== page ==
Flag of Ecuador

It is often difficult to reconcile the Ecuador I wake up in every morning with what I read about in online media and hear about on satellite TV news.

Rather than the kooky left-wing authoritarian basket case in an all-out conflict with the United States, I experience a booming vibrant country that’s found a workable combination of solidarity and free enterprise, and a clearly effective and highly popular leadership recently re-elected with a landslide in elections that not even the hysterical right-wing opposition media seriously alleged were rigged.

Oh, it is also full of Americans (or United States-ians, as people in Latin America prefer to call them, considering themselves “Americans”, too). The city of Cuenca in particular, with its perfect weather all year round, has become a retirement hotspot for Americans who want to take advantage of the fact that not only is Ecuador on the US dollar, but its prices are a little closer to what they remember from the good old days. Ecuador was recently named the world’s top retirement destination by International Living Magazine for the fifth year running.

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Ecuador is also full of study-abroad kids and volunteers, who along with Ecuadorian teenagers populate the touristy Mariscal district of Quito. There is a joint there where you can get four longnecks for five dollars, and they also sell kebabs. Let me repeat that: four longnecks for five US dollars. And they also sell kebabs.

Twenty years ago Quito was one of the cheapest places in the world, because it was one of the poorest places in the world. The fact that prices have not spiralled wildly out of control with newfound industry, as can happen in a Third World city seeing a burst of investment and/or prosperity, is testament to the skillful economic management of President Rafael Correa, a former economics professor who came into government following a decade or so of mass social unrest and political and economic crises.

There is surprisingly strong support for this Leftist leader, even among the English-speaking upper middle class, and support is stronger among those who live in the poorer barrios. The Ecuadorian government’s support for WikiLeaks founder Julian Assange, and now whistleblower Edward Snowden, is among the government’s most popular policies.

But politics isn’t at the front of everyone’s mind; people are just focused on enjoying life. This calm reveals an apparent security and perception that the long-hated US government (which Ecuadorians are very able to distinguish from its citizens) lacks effective pressure points by which to punish its one-time vassal state.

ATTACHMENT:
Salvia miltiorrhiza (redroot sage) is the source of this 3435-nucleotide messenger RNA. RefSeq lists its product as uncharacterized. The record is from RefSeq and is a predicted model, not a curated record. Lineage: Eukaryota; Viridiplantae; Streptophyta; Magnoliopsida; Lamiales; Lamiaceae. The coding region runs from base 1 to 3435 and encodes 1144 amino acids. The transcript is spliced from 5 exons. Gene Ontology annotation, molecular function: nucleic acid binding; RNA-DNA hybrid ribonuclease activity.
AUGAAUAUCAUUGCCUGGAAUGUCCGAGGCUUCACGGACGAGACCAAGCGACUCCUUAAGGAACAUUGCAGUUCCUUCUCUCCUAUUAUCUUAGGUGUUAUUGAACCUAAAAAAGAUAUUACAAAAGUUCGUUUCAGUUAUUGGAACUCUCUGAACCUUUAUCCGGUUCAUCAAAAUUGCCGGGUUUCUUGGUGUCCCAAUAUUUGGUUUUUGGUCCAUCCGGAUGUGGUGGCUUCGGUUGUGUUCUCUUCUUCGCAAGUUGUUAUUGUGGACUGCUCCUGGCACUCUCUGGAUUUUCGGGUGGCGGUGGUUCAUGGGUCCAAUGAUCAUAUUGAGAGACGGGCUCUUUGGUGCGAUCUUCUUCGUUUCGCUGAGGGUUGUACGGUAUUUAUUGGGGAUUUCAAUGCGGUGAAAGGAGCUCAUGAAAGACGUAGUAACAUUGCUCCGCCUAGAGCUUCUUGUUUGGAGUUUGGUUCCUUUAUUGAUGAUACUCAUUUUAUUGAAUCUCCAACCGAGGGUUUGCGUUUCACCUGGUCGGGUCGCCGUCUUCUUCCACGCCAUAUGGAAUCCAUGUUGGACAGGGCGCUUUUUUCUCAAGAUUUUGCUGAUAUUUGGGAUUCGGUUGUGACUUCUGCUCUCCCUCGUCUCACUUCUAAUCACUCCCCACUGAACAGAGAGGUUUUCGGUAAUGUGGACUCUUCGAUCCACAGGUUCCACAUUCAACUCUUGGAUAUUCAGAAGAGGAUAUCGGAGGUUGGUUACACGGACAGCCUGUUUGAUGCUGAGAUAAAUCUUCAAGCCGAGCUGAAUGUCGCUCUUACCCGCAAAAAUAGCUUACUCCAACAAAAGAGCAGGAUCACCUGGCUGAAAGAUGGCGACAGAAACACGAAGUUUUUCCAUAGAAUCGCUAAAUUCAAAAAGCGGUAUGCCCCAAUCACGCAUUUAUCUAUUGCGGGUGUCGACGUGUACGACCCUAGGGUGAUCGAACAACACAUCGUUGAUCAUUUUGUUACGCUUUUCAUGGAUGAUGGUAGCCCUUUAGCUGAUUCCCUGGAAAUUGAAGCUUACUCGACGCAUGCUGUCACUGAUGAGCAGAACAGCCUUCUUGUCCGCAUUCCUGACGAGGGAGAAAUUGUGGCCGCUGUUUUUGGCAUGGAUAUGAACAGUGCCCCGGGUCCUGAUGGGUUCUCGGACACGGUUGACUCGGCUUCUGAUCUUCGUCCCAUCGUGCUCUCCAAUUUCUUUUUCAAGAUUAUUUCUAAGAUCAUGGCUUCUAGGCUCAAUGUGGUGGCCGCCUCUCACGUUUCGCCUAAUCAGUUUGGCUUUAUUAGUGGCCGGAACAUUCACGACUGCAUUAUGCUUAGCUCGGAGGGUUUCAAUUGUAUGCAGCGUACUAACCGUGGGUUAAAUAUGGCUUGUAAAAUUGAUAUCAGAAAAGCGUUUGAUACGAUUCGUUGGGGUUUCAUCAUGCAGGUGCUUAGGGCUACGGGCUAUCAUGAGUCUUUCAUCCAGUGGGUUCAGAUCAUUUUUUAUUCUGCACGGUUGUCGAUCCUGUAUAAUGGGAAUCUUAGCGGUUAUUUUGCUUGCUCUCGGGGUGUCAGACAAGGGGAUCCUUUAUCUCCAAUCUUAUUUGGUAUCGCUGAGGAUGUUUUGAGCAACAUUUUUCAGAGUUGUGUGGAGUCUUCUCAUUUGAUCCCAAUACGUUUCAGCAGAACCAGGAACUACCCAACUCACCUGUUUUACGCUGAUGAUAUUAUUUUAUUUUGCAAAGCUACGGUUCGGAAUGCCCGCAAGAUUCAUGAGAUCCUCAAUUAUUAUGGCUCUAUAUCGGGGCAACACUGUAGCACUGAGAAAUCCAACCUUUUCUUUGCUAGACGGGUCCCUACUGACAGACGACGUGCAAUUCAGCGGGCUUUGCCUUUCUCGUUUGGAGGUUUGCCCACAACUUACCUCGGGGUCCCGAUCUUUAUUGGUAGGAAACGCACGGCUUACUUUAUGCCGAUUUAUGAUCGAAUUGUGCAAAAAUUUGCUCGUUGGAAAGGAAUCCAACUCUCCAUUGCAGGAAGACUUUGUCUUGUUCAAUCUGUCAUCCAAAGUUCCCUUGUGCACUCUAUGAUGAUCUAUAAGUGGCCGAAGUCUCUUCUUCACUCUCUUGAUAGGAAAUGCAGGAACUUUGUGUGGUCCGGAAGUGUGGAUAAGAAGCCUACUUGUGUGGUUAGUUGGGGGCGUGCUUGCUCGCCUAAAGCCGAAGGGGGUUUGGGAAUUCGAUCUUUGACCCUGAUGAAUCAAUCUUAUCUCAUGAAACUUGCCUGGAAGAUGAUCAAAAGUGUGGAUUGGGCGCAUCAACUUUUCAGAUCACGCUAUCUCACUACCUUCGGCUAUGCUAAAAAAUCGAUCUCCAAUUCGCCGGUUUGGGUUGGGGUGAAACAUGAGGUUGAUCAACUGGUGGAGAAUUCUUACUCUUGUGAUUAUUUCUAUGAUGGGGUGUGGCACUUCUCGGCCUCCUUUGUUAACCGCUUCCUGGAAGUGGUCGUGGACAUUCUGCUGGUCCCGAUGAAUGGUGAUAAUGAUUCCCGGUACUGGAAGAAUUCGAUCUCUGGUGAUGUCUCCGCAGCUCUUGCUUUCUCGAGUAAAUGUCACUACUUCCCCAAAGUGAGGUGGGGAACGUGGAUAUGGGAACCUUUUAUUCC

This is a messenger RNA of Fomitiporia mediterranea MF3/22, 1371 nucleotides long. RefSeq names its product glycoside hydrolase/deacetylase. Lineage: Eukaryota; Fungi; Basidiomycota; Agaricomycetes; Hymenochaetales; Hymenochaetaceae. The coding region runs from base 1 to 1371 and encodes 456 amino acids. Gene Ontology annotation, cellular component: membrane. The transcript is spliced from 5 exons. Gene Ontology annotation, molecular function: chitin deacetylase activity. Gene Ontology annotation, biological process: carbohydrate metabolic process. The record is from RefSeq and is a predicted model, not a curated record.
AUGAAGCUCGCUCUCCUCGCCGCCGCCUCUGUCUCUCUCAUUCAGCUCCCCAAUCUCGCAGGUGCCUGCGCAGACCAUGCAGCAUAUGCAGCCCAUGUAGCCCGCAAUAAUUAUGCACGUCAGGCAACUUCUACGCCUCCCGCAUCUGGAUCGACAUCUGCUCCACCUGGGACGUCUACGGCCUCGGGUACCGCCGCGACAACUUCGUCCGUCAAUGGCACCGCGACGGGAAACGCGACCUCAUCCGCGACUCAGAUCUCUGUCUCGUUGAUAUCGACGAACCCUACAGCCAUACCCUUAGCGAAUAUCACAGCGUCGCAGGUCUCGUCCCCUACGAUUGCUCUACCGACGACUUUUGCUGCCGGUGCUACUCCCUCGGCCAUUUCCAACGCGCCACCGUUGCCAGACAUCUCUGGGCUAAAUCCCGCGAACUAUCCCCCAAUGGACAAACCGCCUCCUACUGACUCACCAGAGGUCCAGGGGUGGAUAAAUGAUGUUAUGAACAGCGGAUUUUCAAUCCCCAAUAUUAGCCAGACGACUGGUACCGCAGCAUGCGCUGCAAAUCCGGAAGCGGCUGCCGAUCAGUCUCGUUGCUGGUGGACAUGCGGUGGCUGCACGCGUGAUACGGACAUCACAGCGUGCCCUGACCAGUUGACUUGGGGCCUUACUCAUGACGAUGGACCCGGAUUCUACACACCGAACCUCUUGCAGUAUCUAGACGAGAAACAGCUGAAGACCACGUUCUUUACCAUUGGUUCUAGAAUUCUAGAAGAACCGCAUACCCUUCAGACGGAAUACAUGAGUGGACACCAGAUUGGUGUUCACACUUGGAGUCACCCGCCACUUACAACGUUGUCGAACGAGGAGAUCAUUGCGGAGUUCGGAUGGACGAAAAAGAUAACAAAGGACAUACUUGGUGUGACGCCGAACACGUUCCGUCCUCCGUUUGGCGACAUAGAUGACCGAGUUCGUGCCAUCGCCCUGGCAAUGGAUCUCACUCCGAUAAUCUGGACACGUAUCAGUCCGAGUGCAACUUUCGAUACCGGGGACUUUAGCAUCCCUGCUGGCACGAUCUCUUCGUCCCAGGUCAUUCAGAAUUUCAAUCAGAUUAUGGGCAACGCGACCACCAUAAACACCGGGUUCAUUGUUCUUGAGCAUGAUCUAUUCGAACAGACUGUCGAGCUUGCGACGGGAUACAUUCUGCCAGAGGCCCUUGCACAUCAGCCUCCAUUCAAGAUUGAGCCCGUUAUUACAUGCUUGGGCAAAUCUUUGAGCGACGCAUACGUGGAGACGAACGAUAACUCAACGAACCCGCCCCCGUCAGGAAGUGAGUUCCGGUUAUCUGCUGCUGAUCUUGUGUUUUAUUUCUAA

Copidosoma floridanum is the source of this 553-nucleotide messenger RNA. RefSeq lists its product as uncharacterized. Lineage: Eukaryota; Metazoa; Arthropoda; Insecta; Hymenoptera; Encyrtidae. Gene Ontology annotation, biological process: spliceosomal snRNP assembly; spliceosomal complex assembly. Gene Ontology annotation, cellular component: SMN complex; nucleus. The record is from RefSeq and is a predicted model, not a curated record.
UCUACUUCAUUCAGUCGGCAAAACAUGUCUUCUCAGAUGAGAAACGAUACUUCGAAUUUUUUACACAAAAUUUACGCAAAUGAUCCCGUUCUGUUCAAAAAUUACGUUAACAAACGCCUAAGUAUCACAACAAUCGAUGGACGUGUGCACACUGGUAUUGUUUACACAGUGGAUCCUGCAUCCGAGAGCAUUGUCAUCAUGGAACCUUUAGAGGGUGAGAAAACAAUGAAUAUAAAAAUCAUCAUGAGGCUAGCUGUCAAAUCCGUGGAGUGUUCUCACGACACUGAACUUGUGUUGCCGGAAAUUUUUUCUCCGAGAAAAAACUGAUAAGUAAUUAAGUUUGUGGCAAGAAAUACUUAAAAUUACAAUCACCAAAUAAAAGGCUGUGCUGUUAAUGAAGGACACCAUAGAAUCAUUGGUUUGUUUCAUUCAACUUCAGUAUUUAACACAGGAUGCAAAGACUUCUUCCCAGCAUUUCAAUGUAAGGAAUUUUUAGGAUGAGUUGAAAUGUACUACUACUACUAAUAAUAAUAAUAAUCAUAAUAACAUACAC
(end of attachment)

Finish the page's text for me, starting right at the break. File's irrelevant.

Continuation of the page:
This was demonstrated by the recent withdrawal of Ecuador from a US-Andean trade deal under which Ecuadorian goods receive preferential customs treatment. The deal was up for renewal at around the same time that talk of Snowden receiving asylum from Ecuador was at its peak (a prospect still on the cards if he can reach Ecuadorian soil). US pundits tried — and failed — to use the deal as leverage to convince Ecuador to refuse Snowden asylum.

This growing impotence hasn’t stopped US attempts at meddling (as recently as a 2010 police-led coup attempt), but Correa’s “citizens’ revolution” seems to have some time and room to move. Given his success so far, and the fact that in the last general election his party took control of the legislature, big things are to be expected.

A new set of media ownership laws (when Correa came to power, the banks, which he had a democratic mandate to regulate, owned five out of seven TV channels) are coming, granting a third of all frequencies to community broadcasters (with another third each for private and public broadcasters, including from state and municipal governments).

Water and land reforms are also under way, with the Ministry Of Water (created under the Correa government) now dealing with thousands of disputes that would have in the past been determined by the brutal arbitration of “facts on the ground”.

Among one of the most exciting places to look for new developments is the “solidarity sector” comprised of co-ops, community credit unions and the like. It already contributes around 40% of the country’s GDP and provides as much as 70% of the full-time employment. More people in Ecuador work without a boss than with one.